Māori-Black American whānau say being inclusive is key

By Aroha Mane

A Ngāti Wai woman married to a Black American man is concerned for the safety of her husband who's right in the thick of the unrest in the United States.

Amelia and husband Demetrius describe how recent events have directly affected their whānau.

“It's heavy, it's really heavy right now, and it’s just a heavy time!”

“With George Floyd, that murder that was recorded and then sent out to the world. It was a big one for a lot of reasons, we're inside quarantine so there’s no hiding, running and forgetting about it. It was a very slow murder, slow death, it was senseless, and the cop was cold and casual about it. It's a big one and just given there are so many factors, it has opened up a lot of conversations,” says Demetrius Butler.

Amelia and Demetrius are the proud parents of three tamariki.

During the pandemic, Amelia and the girls returned to the safety of Aotearoa.

“My business is Learn Māori Abroad, I teach haka and poi workshops around the United States. I lost all of my haka and poi workshops, so that was a bit of a tohu for us,” says Amelia.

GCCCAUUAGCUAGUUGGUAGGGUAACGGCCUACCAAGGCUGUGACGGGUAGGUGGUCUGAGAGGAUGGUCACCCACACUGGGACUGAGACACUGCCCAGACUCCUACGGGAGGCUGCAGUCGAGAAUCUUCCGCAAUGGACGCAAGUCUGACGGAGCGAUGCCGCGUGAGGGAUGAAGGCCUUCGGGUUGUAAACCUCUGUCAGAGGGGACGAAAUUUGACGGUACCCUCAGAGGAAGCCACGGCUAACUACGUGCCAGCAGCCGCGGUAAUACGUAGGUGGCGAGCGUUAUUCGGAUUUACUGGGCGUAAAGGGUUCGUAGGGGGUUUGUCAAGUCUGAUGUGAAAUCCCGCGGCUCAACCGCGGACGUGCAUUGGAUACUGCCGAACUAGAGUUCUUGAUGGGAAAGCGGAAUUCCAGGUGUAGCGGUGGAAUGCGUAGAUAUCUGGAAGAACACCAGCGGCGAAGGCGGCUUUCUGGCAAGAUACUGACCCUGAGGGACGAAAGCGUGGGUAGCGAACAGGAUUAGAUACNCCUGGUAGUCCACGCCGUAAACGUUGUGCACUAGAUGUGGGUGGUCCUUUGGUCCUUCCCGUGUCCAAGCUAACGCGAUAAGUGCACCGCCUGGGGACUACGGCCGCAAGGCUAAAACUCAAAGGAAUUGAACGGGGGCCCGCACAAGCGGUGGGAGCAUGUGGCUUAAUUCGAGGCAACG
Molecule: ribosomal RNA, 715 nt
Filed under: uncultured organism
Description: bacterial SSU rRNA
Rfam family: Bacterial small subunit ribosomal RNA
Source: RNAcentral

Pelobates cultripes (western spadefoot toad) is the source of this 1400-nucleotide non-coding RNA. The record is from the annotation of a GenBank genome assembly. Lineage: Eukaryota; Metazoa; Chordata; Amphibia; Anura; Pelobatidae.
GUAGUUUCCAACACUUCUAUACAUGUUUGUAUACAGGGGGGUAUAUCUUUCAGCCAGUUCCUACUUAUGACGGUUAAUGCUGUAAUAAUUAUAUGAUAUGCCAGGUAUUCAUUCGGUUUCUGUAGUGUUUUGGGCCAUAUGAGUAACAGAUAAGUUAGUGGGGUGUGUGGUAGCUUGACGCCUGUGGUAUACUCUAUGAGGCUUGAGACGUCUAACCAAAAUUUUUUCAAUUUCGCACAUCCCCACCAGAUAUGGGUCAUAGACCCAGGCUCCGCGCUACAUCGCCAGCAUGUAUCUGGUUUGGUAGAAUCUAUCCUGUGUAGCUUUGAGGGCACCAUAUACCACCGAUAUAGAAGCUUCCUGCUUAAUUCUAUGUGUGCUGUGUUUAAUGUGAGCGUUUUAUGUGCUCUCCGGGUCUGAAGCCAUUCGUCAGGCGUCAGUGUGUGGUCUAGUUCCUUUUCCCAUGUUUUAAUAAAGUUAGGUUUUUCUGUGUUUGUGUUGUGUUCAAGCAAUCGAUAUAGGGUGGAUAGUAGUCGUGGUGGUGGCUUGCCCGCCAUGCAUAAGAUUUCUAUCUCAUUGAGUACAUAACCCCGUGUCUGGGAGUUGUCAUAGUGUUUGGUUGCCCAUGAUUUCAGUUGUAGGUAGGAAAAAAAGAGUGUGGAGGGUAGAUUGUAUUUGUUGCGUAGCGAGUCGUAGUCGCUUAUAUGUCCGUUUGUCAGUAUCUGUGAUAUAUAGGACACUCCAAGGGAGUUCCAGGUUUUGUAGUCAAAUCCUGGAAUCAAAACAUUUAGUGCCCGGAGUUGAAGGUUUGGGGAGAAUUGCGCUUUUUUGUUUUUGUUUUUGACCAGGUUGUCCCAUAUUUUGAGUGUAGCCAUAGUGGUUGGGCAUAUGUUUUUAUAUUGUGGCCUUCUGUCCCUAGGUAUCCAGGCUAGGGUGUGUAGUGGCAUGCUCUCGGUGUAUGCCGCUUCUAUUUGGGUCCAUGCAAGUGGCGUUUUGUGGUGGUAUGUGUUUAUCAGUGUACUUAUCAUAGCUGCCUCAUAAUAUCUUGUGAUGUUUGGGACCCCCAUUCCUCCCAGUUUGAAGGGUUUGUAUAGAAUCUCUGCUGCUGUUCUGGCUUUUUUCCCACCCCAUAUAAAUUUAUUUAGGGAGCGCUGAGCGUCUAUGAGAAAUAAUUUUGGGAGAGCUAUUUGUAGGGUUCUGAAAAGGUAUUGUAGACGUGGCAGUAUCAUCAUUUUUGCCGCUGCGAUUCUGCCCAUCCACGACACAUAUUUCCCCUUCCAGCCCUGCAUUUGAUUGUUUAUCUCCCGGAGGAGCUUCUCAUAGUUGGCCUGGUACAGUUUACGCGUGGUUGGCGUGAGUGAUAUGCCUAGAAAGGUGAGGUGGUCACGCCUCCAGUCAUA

“I'm a business owner so we decided I would stay here and build the business here and make sure that the girls still had an opportunity to live their lives and not be so inundated with the quarantine business over here in the United States,” says Demetrius.

Demetrius says a restriction has been imposed in LA.

“I just got a notification on my phone right before we got on this call that we have a city-wide curfew lockdown. There has been a lot of rioting, a lot of damage downtown, that damage has spread and gone out to Beverly Hills to the most affluent areas of the city.”

Many are calling for a review of the justice system. The Butlers believe being inclusive could be the solution.

“I'm very vocal about my stance which is #BlackLivesDoMatter, so today I'll be joining everyone in Aotea Square to do the protest march. I share a lot on Facebook and I create safe spaces for kids of colour, like my kids. so they can be fully self-expressed in the space that they're in,” says Amelia.

“The idea of an influx of Black Americans into the Police force, the court system, and the legal system. There are some in there but they are a minority," says Demetrius.

But right now, the virtues of peace are yet to be discovered.